The “frying pan” was originally designed in response to the surge in popularity of Hawaiian music in the 1930s, but even though Beauchamp and Rickenbacker started selling them in 1932 Beauchamp wasn’t awarded a patent for his design until 1937. This allowed other guitar companies to copy his idea, and produce electric guitars during the same period in time. The frying pan was an instant hit among Hawaiian-style musicians, but it wasn’t picked up but others right away, allowing for a bit more experimentation, like in the decades before. Most of the guitars being produced by these other companies were just hollow-bodied acoustic guitars with magnetic pickups. Audiences and musicians alike loved the new powerful volume, but they also produced a lot of feedback created by the hollow body. Trying to fix this problem, Les Paul, an already well know acoustic guitar player, simply took the pre-existing pickup design and mounted it to a four-by-four piece of pine wood and called it “The Log.”

By the later half of the ’40s, the electric guitar wave had finally caught on. Swing jazz and big band music had snatched up the guitar, and called it their own. Legendary big band leaders like Duke Ellington gave the electric guitar a stage to show off, while prolific acts like Freddie Green showed without a doubt that the new solid-body electric guitars could be used both as a rhythm instrument as well as a melodic band leader. Leo Fender, a name that should ring some bells for any guitar enthusiast, finally introduced a mass produced solid-body electric guitar in 1950. Just two short years later Gibson followed Fender, and started to put out the “Les Paul,” a solid-body guitar designed by the man who’s name it carried. It was this event that solidified Gibson as the largest guitar manufacturer in the world, building and selling more units than per day than any other company. This set up the back and forth battle between Fender and Gibson that goes on to this day.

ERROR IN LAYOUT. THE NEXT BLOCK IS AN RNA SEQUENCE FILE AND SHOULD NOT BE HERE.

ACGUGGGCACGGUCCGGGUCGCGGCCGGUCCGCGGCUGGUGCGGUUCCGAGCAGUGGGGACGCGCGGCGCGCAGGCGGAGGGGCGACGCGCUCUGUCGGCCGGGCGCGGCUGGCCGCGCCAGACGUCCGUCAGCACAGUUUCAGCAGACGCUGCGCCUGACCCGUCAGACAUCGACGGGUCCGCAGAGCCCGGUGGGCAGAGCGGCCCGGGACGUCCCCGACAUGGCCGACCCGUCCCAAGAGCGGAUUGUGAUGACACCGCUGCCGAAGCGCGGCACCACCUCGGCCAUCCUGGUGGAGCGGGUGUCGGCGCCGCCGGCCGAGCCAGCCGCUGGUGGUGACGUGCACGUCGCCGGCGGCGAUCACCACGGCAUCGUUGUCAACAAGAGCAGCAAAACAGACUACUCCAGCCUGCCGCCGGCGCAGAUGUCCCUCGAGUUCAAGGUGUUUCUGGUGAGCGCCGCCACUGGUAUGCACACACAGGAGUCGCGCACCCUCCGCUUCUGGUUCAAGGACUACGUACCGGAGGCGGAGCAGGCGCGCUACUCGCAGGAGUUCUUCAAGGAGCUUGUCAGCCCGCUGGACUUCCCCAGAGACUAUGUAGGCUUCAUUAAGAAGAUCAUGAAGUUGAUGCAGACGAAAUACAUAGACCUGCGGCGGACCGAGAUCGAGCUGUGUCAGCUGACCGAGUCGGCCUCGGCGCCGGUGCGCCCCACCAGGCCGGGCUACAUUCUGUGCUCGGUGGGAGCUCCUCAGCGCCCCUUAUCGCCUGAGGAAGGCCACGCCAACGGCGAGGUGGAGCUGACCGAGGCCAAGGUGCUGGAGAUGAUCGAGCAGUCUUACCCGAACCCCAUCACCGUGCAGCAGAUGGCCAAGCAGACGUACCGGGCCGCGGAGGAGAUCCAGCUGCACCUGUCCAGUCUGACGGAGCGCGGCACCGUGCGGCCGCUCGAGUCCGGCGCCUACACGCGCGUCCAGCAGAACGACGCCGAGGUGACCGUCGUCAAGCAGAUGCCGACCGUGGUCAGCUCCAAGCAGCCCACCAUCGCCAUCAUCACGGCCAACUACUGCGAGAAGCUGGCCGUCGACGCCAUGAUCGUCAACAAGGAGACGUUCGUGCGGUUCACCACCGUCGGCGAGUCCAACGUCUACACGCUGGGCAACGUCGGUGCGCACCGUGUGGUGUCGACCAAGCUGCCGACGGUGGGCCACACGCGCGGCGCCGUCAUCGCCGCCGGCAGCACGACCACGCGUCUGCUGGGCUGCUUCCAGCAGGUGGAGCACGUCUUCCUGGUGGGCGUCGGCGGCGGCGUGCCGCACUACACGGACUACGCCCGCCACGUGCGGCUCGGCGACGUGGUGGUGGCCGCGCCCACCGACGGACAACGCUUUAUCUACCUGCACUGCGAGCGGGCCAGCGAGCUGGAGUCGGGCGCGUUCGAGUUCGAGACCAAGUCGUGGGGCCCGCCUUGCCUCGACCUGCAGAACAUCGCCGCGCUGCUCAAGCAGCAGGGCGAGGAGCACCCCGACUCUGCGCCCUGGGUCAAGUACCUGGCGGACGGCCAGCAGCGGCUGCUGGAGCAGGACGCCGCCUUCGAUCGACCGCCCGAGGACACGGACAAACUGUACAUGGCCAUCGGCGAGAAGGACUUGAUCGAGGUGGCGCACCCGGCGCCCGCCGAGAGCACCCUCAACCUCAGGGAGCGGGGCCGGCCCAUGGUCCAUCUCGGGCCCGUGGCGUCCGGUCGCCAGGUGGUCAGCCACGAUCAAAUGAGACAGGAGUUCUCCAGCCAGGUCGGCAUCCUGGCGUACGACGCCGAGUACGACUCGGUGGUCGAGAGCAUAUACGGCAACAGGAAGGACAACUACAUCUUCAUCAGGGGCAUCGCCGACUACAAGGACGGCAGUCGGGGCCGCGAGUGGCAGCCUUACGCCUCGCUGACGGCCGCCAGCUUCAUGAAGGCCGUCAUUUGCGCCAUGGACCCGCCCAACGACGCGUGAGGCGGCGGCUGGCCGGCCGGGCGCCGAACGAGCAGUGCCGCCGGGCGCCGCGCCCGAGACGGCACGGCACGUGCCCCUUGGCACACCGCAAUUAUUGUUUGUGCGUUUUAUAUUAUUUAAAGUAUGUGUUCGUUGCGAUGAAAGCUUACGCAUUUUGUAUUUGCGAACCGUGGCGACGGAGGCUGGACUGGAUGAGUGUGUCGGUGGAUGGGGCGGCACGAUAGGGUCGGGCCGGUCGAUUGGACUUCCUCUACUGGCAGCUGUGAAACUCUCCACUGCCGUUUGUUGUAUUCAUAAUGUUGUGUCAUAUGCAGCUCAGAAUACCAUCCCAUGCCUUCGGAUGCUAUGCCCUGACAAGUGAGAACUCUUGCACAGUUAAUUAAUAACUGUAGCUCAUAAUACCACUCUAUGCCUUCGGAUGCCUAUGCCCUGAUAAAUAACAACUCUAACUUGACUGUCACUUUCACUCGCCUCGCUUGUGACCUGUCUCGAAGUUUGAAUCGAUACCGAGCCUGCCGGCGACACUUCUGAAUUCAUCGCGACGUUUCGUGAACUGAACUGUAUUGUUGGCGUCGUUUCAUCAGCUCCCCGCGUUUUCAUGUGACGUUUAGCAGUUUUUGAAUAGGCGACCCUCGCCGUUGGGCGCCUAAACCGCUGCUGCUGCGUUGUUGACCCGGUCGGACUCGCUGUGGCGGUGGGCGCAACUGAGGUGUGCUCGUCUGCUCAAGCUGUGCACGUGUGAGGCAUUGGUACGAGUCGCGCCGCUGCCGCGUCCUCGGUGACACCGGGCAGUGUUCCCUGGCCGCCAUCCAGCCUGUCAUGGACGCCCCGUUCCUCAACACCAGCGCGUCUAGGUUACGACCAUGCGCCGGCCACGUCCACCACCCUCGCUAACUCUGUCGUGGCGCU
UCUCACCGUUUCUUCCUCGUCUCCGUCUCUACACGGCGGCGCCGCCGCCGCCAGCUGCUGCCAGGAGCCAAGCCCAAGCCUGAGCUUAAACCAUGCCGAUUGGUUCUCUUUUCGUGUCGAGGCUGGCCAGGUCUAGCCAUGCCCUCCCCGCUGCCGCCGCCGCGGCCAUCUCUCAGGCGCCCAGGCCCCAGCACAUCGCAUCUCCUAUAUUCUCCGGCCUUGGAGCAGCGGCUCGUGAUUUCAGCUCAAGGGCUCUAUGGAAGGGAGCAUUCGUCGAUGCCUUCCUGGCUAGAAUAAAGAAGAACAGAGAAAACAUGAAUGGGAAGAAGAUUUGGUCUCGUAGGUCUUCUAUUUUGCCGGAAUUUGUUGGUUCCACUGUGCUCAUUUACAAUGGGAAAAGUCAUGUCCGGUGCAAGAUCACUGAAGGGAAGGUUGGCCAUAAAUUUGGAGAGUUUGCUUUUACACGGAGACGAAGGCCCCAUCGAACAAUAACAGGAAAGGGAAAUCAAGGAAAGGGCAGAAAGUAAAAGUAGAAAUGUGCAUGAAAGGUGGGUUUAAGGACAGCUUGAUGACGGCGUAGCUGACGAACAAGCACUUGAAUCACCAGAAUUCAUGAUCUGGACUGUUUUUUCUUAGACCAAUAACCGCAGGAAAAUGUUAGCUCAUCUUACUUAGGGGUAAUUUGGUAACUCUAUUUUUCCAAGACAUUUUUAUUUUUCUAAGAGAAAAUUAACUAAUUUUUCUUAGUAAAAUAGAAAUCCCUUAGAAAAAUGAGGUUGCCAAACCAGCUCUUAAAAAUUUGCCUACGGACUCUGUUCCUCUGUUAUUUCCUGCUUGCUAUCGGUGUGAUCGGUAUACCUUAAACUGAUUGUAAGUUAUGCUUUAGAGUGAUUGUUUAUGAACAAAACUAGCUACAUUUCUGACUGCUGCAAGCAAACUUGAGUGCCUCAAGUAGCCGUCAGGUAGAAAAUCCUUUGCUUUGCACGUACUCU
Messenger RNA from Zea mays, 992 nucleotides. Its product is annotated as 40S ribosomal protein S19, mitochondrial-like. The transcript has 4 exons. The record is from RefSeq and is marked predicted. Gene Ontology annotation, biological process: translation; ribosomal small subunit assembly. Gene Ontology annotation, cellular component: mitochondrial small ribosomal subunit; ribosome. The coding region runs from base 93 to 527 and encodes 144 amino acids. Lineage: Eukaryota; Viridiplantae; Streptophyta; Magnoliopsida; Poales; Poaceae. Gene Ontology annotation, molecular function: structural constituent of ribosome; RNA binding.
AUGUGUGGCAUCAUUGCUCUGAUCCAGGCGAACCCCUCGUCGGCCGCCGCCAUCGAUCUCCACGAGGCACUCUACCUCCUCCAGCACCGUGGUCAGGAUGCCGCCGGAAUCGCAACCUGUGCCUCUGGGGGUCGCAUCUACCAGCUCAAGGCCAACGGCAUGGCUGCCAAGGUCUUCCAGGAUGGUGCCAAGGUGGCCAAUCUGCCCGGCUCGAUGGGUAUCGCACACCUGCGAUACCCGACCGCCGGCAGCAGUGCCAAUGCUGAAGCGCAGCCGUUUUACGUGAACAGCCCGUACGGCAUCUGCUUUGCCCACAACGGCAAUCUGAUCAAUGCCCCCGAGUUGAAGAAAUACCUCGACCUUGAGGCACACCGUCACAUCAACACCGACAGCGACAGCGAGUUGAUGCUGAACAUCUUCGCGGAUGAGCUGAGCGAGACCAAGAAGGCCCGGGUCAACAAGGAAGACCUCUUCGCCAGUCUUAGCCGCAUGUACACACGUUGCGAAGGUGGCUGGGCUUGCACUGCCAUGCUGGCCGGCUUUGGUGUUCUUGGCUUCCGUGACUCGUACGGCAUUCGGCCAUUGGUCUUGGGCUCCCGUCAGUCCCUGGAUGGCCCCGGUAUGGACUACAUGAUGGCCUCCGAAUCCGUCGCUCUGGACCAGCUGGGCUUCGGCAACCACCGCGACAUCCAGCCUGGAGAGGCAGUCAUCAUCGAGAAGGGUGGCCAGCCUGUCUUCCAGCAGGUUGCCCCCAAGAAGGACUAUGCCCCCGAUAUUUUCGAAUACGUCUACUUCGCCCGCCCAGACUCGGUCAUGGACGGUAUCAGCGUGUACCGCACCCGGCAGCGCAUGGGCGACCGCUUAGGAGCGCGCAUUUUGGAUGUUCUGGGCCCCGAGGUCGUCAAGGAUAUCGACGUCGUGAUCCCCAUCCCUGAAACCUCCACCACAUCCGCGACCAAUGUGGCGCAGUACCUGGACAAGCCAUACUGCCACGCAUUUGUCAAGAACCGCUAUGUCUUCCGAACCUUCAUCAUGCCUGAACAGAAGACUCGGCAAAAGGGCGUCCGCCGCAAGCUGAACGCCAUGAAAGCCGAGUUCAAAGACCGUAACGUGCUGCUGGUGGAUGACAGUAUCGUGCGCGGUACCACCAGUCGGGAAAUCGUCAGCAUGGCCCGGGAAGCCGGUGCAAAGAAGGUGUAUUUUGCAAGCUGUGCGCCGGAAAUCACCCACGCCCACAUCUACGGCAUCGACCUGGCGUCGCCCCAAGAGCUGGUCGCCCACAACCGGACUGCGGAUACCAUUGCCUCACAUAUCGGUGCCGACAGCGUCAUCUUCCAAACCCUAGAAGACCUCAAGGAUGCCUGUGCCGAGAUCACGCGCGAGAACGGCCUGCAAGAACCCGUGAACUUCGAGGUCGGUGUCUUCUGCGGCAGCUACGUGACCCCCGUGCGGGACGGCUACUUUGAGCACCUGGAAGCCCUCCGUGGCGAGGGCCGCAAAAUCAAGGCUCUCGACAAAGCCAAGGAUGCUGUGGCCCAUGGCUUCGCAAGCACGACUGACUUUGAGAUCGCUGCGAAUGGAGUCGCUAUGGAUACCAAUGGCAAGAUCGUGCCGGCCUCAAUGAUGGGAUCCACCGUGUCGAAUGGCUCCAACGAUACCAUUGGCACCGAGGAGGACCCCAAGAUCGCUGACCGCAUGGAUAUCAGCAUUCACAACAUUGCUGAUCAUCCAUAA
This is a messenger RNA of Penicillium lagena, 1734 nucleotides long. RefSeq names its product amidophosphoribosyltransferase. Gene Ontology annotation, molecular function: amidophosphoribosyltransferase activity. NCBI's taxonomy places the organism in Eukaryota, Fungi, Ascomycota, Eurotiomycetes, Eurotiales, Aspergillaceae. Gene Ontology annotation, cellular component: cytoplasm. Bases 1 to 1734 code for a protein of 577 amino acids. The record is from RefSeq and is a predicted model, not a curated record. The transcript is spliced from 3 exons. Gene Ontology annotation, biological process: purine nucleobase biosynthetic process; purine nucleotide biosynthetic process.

Throughout the ’50s and ’60 Gibson and Fender permanently secured the guitar’s place in American culture. Thanks to these two companies, as well as amazingly talented musicians all through the ’60s, ’70s, and on to today, the electric guitar has become somewhere people can come to learn, as well as compete with peers and the greats alike. In the hands of such artists as Les Paul, Keith Richards, Eric Clapton, Van Halen, Jimi Hendrix, and Slash (to name but a few), the electric guitar found yet another home in the halls of Rock n’ Roll. Today no group or artist can rightfully call themselves rock, punk, metal, or any number of subgenres of rock without an at least halfway decent guitar section, with at least one lead guitar, a bass (almost always electric), and more often than not, an electric rhythm guitar.

Without a doubt the electric guitar has permanently change the face of popular music. If it weren’t for George Beauchamp, Adolph Rickenbacker, big band leaders like Duke Ellington, Les Paul, and manufacturers like Fender and Gibson, jazz and swing would have been a completely different kind of music, and who can even say what the state of Rock n’ Roll would be; probably nothing at all like the plethora we enjoy today. The guitar has led a long and rich life, and it is important for young students to understand its history; in today’s world the electric guitar is ever-present and enjoys a vast popularity, but its has had a rough development, full of dead ends and clever ideas. Most players wont think about these things during their weekly guitar lessons, but knowing this story may help to bring out some truly emotional and inspired playing.